I vividly remember sitting on a plane some 25 years ago and being handed a copy of USA Today. Out of the corner of my eye, I noticed an article entitled, “What the various religions feel about their holidays.” It was in December, and I looked for the Jewish representative speaking about Chanukah. Much to my shock, I read the words, “Chanukah has no spiritual meaning. It’s a time for the family to get together, to exchange gifts, to have some latkes and jelly doughnuts, and to have a good time playing dreidel.” I cannot tell you how shocked I was to see that this was written in a national publication, albeit USA Today.
When we examine Chanukah, one can argue that it might be the most meaningful holiday of the entire year, and its religious implications are extremely profound. The Ramban in the beginning of Parashas Behaalos’cha explains the Midrash that Aharon was dejected that his tribe, Levi, was excluded from bringing the offerings that the other tribes contributed when the Mishkan was inaugurated. Hashem consoled Aharon by saying, “You will light the Menorah, which is an even greater merit than anything else.”
The Ramban is perplexed. Why did Hashem have to point to lighting the Menorah to find a special merit for Aharon? The Kohanim had myriad tasks that no one else could perform. Was the Menorah more special than the Yom Kippur service (which only the Kohen Gadol could perform)?
The Ramban’s answer is illuminating. Hashem was not consoling Aharon with the obligation of lighting the Menorah daily in the Mishkan. He was saying to Aharon: This Menorah, which is under your purview, will, in the future, represent the spiritual victory of Jewish heroes over their oppressors. This Menorah will be lit every year during a specific time throughout the exile — and it will supply light during the darkest times.
Aharon was being told by Hashem: What you are starting now, by lighting the Menorah in Parashas Behaalos’cha, will ultimately culminate in heralding the light that will bring Moshiach. It is obvious from the words of the Ramban that Chanukah, throughout galus, is a time for transformation and redemption.
The Bach, in his commentary on the Tur, echoes this point. He says that the reason Chazal made the mitzvos of reciting Hallel and lighting the Menorah the focus of Chanukah, as opposed to Purim, which is marked by a festive seudah, is because the challenge of Chanukah was essentially a spiritual challenge. The reason the Greeks were able to defile the Temple is that our service there, and the love and fear of Hashem it should have expressed, was lacking. The only way to stop the spiritual oppression was to strengthen our commitment to Torah and mitzvos.
When the Chashmona’im were victorious and found the pure flask of oil that miraculously lasted for eight days, the message was not just about a physical victory in battle; rather, the spiritual victory is our center of attention.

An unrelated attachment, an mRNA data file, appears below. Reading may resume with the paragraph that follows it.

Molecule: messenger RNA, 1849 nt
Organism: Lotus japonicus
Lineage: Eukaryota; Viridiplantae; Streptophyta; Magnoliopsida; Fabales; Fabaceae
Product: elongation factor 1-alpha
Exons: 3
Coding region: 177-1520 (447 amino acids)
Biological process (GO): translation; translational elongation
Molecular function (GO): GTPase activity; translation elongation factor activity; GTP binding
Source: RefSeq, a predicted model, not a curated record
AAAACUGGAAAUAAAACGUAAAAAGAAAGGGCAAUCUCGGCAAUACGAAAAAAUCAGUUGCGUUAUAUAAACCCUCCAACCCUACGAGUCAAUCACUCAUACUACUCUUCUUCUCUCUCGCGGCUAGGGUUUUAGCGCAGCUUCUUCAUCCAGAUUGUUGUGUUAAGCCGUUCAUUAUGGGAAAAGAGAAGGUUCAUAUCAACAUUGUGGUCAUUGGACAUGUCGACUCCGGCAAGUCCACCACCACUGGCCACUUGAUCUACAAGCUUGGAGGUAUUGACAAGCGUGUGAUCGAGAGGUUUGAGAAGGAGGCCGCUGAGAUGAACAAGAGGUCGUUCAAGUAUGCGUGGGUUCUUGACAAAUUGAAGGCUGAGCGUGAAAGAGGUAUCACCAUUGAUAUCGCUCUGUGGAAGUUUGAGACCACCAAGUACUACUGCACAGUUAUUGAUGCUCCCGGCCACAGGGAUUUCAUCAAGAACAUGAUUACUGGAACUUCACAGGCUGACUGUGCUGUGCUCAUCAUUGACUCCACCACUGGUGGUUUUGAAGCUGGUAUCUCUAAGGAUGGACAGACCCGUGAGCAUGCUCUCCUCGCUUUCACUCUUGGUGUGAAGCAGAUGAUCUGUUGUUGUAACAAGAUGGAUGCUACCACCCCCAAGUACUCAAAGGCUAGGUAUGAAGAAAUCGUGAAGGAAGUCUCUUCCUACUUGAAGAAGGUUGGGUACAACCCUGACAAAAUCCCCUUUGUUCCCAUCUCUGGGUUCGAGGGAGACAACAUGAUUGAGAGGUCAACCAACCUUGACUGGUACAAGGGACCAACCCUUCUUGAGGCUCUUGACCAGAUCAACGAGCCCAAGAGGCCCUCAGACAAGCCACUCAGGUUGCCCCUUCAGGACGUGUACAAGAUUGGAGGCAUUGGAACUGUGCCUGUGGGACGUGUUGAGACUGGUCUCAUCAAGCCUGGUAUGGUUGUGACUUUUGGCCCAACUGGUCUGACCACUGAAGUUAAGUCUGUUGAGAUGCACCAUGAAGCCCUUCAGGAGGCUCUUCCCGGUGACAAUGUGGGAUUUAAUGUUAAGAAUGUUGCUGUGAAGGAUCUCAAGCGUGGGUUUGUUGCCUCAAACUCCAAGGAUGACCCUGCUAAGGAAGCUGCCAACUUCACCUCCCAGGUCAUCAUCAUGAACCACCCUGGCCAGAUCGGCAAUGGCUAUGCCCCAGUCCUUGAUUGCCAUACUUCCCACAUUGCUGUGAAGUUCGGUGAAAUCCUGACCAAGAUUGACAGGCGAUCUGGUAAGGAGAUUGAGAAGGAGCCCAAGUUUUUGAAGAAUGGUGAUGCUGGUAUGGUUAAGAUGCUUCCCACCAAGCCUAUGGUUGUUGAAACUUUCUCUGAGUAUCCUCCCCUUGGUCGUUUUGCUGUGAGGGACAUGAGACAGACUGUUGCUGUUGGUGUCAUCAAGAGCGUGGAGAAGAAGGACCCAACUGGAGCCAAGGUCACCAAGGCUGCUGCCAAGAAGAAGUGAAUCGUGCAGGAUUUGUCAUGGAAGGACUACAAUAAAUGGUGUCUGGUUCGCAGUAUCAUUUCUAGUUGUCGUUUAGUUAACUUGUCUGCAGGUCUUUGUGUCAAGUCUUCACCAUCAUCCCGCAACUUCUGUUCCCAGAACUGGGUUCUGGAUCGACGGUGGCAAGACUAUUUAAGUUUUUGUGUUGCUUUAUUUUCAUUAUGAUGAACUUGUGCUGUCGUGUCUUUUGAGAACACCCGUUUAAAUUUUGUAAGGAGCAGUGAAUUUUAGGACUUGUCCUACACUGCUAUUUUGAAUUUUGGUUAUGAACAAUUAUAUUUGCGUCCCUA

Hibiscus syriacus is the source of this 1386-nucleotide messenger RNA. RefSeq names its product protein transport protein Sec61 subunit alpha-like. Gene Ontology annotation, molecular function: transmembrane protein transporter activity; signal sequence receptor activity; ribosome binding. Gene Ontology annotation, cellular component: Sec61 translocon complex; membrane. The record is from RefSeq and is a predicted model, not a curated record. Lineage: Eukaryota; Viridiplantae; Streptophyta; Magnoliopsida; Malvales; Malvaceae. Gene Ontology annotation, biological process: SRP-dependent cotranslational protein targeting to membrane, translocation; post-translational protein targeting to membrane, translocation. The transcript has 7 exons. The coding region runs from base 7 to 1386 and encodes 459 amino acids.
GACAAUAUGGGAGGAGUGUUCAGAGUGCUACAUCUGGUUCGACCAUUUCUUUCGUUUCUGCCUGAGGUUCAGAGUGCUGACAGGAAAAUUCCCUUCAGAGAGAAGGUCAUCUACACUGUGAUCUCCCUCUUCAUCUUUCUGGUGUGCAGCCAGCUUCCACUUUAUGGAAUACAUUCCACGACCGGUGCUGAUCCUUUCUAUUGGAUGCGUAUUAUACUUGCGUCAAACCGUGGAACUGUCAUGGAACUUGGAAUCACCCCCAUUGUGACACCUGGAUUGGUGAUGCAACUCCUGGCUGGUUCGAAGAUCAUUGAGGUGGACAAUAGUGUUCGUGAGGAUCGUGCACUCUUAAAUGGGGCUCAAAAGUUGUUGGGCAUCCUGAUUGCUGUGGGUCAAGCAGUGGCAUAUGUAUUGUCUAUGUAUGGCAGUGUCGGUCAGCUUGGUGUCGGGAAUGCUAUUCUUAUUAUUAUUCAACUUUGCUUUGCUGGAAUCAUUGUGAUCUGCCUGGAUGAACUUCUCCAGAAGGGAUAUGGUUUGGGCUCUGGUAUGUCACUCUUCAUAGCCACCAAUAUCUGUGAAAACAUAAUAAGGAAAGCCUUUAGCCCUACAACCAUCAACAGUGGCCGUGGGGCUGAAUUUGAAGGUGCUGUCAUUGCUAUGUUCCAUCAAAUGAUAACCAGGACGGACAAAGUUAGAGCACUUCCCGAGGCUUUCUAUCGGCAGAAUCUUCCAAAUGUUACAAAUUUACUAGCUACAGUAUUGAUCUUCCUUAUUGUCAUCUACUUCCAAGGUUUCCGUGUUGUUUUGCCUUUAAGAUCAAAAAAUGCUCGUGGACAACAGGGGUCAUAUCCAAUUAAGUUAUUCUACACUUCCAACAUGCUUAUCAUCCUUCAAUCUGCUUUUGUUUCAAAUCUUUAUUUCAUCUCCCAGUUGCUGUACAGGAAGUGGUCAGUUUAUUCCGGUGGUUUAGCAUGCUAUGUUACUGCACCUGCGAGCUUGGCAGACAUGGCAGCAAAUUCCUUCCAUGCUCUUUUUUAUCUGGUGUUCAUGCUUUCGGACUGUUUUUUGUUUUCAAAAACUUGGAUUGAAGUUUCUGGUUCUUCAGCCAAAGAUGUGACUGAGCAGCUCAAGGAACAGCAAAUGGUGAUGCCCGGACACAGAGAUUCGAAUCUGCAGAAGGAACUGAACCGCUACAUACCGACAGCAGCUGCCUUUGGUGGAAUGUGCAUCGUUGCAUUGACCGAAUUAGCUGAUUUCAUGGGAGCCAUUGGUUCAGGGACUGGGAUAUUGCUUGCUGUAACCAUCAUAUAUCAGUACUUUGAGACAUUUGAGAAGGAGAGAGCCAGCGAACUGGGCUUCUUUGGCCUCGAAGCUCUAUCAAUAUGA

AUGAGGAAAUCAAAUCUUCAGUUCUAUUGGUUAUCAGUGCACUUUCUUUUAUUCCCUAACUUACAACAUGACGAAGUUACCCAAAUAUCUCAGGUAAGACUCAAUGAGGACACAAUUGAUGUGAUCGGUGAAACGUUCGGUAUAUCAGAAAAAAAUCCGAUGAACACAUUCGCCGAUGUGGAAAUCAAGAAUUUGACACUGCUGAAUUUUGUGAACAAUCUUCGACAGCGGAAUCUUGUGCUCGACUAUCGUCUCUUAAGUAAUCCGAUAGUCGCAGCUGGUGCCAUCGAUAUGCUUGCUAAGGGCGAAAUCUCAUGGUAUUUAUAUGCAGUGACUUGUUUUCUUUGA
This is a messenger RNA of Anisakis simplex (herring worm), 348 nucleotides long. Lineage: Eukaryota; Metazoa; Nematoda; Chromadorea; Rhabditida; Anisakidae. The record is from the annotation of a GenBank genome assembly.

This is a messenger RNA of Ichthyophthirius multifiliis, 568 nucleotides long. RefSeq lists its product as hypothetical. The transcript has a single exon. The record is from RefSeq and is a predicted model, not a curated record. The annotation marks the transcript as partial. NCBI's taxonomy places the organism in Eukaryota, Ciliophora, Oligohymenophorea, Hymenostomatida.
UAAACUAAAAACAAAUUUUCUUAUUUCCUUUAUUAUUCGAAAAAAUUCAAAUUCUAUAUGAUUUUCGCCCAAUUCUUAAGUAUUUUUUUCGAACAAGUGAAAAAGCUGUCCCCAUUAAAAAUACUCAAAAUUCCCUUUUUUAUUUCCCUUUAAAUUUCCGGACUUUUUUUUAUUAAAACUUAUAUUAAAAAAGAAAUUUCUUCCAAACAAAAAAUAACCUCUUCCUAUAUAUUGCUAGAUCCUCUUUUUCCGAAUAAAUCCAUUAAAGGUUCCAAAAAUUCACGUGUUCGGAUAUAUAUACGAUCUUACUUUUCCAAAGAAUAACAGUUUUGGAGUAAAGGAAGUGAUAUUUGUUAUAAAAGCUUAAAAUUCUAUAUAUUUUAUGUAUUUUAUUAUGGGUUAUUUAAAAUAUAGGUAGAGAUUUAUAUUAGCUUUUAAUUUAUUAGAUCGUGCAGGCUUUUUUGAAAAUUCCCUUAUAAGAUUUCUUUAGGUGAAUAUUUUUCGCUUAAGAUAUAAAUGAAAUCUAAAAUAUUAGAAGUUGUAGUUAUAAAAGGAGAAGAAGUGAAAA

It is true that we rose to the occasion and overcame our oppressors. Yet this incredible victory and the stunning miracle that followed was in the merit of Klal Yisrael’s recommitment to HaKadosh Baruch Hu. That is why when the Gemara asks, “What event was the catalyst for the Rabbis to make Chanukah a holiday?” the response is not the military victory. Historically, perhaps that was the pivotal event that allowed the Jewish people to continue worshipping in the Beis HaMikdash. However, the basis of Chanukah is that we found that precious, lone flask of oil, a symbol of spiritual victory. The decision to search for undefiled oil to light the Menorah was an act that represented the Jewish People’s desire, not only to perfunctorily keep mitzvos, but to perform them with passion and self-sacrifice. The search itself was a victory over the apathy and mediocrity in the spiritual realm that were then represented by Greek culture, but which confront us in every generation.
We are taught that challenging times are a call for us to search out and improve our ways. As we confront life during the COVID pandemic, our obligation to listen to the lessons of Chanukah as a call for self-assessment is a vital task of the hour.
The miracle of the oil signified that Klal Yisrael’s return to Hashem was pure and holy. It is this purity and holiness in avodas Hashem that we should strive for as we celebrate Chanukah 5781.
Doing mitzvos with purity means we are not motivated by “keeping up” or “fitting in,” but rather by doing what the Torah commands us in the best possible manner. The decisions we make about schools, shuls, simchos and friends should be guided by one principle: What does Hashem want? Not: What is my neighbor going to think?
Let us strive together to emulate the purity inherent in the miracle of Chanukah and in that merit to bask in the ultimate light of Moshiach Tzidkeinu.
Rabbi Avrohom Stulberger is the Dean of Valley Torah High Schools in Los Angeles.